Did you know that roughly one-third of employees report having been romantically linked to a coworker at one time or another? Office romances are always risky, but they can be particularly tricky within a law firm. After all, no one knows the potential legal consequences of a workplace relationship better than legal professionals.
Nonetheless, law firms are the perfect place to fall in love.
Just about everyone who works there is highly intelligent. You put in long hours and spend your days working to achieve common goals. There are lots and lots of parties, and you bond over shared wins and losses.
In that kind of environment, it’s almost impossible to avoid office relationships.
Let’s take a look at what you should do if you do enter into a relationship with a law firm coworker. Even though these relationships can be really fun and can, in some cases, last a lifetime, they still require careful maneuvering from an employment perspective.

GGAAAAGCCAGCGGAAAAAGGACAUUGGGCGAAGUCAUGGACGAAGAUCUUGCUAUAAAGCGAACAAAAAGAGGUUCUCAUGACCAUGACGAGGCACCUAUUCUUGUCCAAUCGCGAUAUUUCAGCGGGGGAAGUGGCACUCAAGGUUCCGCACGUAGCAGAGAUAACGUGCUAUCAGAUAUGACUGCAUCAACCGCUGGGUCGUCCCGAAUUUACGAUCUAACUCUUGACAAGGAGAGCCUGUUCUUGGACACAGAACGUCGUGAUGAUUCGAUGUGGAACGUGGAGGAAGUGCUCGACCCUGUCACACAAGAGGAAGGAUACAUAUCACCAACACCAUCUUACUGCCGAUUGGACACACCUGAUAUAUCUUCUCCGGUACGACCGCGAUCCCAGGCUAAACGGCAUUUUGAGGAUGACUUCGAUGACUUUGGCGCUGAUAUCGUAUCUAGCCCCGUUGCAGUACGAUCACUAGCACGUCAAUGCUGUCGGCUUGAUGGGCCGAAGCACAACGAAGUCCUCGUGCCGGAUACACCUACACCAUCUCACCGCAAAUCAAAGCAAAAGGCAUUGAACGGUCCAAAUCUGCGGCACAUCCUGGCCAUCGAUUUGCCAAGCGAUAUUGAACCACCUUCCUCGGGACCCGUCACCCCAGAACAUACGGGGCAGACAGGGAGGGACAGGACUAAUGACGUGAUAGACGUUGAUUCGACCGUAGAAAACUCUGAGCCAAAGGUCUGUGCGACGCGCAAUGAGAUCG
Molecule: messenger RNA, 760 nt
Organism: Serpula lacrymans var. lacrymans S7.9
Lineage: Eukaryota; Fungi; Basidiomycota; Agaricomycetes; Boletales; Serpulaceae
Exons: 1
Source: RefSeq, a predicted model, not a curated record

To disclose or not to disclose?
The first thing you’ll need to figure out when you enter into an office romance is whether you’re going to tell the firm about your relationship.
The answer to that question is much like the answer to any Human Resources question: What does the Employee Policy Manual say?
In most cases, the Manual will require some level of disclosure, especially if one person in the relationship supervises the other (or has some level of authority over the other, such as a partner and an associate).
Absent an express requirement, disclosure is generally not mandatory, but most law firms are not going to make things that easy for you.
Keep in mind also that in the post-#MeToo era, some firms also require couples to sign a “Consensual Relationship Agreement.” These agreements are intended to prevent later sexual harassment lawsuits, which can occur after an office romance (particularly one between a supervisor and a subordinate) goes sour.
If there is any part of you that feels you’re being pressured into this particular office romance, you probably want to think long and hard before you sign a Consensual Relationship Agreement or any similar document. This is especially true if that relationship is with someone who can make employment decisions about you.